History in politics: a “battle” of identity historical narratives between Chinese and Anglophone academia

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This article discusses an important political conflict of historical knowledge between Chinese and Anglophone academia. By exploring divergent perspectives either on long-term and coherent narratives of China or short-term and differentiated narratives of China through the founding issues of Historical Review (Lishi pinglun) established by the Chinese Academy of History in 2020, this article illustrates a ‘battle’ of narratives derived from different regimes of historical knowledge, either officially institutionalized in contemporary China or unofficially constituted in Anglophone academia. Specifically, by critically evaluating the discursive constructions of identity-driven historical narratives of both sides, this article gives a serious consideration to the Historical Review’s mission against the deconstructionist historical narratives. In so doing, I argue that even if it is true that the Historical Review contributors are nationalists and thus help radicalize Chinese nationalism, the liberalist deconstructionist historians of China in English academia are not free from the same types of ‘political contaminations’ by lighting the excessive fires of China bashing.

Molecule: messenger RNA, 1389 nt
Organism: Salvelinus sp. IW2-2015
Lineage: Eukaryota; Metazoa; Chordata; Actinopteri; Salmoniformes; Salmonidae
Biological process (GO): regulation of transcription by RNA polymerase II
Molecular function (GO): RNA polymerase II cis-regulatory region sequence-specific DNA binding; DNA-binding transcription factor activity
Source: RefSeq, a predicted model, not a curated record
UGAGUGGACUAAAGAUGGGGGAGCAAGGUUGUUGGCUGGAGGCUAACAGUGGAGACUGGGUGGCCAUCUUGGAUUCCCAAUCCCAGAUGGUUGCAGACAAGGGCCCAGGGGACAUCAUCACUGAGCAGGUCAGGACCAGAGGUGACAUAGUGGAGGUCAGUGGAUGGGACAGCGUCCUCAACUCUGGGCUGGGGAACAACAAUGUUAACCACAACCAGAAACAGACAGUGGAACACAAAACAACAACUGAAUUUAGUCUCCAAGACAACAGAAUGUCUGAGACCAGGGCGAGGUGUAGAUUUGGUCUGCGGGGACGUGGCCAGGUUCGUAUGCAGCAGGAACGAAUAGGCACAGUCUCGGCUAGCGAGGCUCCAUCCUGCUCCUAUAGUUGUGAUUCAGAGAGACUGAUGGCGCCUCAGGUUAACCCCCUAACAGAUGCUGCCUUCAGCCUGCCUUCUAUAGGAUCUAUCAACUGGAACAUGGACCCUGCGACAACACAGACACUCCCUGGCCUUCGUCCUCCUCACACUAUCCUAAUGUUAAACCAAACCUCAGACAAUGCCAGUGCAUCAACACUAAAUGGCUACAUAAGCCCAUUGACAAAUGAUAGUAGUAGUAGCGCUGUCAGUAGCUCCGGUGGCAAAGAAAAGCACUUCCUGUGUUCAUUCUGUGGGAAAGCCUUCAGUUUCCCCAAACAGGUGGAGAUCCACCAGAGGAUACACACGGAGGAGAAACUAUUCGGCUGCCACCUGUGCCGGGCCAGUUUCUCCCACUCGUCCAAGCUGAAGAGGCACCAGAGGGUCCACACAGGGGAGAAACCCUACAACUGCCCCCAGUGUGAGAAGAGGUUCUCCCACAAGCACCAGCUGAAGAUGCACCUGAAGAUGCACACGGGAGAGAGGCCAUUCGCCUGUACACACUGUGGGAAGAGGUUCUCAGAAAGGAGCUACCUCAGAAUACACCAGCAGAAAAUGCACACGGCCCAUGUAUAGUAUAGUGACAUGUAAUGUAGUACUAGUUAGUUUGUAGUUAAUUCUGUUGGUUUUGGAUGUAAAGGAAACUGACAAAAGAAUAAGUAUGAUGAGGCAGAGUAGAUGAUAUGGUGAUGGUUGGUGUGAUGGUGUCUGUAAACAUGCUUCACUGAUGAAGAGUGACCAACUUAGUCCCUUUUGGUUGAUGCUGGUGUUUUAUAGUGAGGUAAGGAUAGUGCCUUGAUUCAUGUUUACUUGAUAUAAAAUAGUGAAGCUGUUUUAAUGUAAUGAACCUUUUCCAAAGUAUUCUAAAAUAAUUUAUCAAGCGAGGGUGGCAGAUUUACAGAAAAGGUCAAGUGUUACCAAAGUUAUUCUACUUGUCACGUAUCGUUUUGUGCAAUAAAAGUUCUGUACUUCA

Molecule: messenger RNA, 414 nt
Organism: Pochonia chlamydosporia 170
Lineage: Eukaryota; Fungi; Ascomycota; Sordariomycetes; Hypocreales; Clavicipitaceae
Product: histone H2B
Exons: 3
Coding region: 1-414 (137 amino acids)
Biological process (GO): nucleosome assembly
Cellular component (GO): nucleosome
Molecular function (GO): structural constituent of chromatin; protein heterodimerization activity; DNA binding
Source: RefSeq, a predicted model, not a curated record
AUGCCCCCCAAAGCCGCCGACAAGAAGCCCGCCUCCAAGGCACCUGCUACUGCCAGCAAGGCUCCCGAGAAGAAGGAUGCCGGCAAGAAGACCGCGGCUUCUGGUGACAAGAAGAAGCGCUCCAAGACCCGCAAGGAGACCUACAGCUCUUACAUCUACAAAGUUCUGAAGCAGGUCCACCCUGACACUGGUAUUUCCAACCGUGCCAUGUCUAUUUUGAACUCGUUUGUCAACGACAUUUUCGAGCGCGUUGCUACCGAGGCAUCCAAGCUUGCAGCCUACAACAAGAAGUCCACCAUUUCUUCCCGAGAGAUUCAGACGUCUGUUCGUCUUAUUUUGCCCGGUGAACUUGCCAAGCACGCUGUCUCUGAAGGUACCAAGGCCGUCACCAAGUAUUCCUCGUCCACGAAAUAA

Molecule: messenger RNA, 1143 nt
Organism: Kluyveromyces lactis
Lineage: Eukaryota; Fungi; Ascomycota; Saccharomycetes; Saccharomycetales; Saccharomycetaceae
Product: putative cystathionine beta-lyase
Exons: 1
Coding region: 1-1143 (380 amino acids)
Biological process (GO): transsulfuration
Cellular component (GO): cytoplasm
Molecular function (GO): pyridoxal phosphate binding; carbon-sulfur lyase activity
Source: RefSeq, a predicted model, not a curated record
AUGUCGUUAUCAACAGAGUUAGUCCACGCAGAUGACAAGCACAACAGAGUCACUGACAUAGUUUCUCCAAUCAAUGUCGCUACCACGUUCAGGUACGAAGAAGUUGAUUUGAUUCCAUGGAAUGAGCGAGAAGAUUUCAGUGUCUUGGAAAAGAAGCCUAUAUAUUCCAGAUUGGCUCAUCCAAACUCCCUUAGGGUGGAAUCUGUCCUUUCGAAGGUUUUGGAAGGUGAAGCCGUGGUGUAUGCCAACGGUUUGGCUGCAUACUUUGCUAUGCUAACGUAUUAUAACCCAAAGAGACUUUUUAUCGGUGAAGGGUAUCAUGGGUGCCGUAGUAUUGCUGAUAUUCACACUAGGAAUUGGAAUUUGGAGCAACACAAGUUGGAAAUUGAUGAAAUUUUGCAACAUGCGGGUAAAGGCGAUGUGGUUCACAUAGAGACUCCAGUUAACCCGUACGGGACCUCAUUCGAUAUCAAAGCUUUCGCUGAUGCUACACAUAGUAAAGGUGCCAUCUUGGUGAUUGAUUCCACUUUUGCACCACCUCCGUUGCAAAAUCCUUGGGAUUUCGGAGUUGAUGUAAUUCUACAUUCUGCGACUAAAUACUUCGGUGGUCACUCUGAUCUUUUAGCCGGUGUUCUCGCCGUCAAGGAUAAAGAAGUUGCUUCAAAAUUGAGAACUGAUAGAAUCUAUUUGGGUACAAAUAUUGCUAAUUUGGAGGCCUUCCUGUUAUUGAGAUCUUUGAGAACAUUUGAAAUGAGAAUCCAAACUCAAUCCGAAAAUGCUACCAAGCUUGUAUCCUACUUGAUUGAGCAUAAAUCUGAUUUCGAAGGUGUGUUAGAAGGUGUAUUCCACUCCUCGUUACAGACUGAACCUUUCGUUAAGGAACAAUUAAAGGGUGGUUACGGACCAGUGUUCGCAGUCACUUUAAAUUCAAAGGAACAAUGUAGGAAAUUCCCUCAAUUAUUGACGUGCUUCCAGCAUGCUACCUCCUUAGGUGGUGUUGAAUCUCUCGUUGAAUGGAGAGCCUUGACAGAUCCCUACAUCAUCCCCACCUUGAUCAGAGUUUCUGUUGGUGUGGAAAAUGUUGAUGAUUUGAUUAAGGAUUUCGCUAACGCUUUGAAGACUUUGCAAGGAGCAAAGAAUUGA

Original languageEnglish
Pages (from-to)179-206
Number of pages28
JournalRethinking History
Issue number2
Publication statusPublished - 2022


  • Chinese history
  • deconstruction
  • liberalism
  • nationalism
  • political knowledge
  • poststructuralism

ASJC Scopus subject areas

  • History


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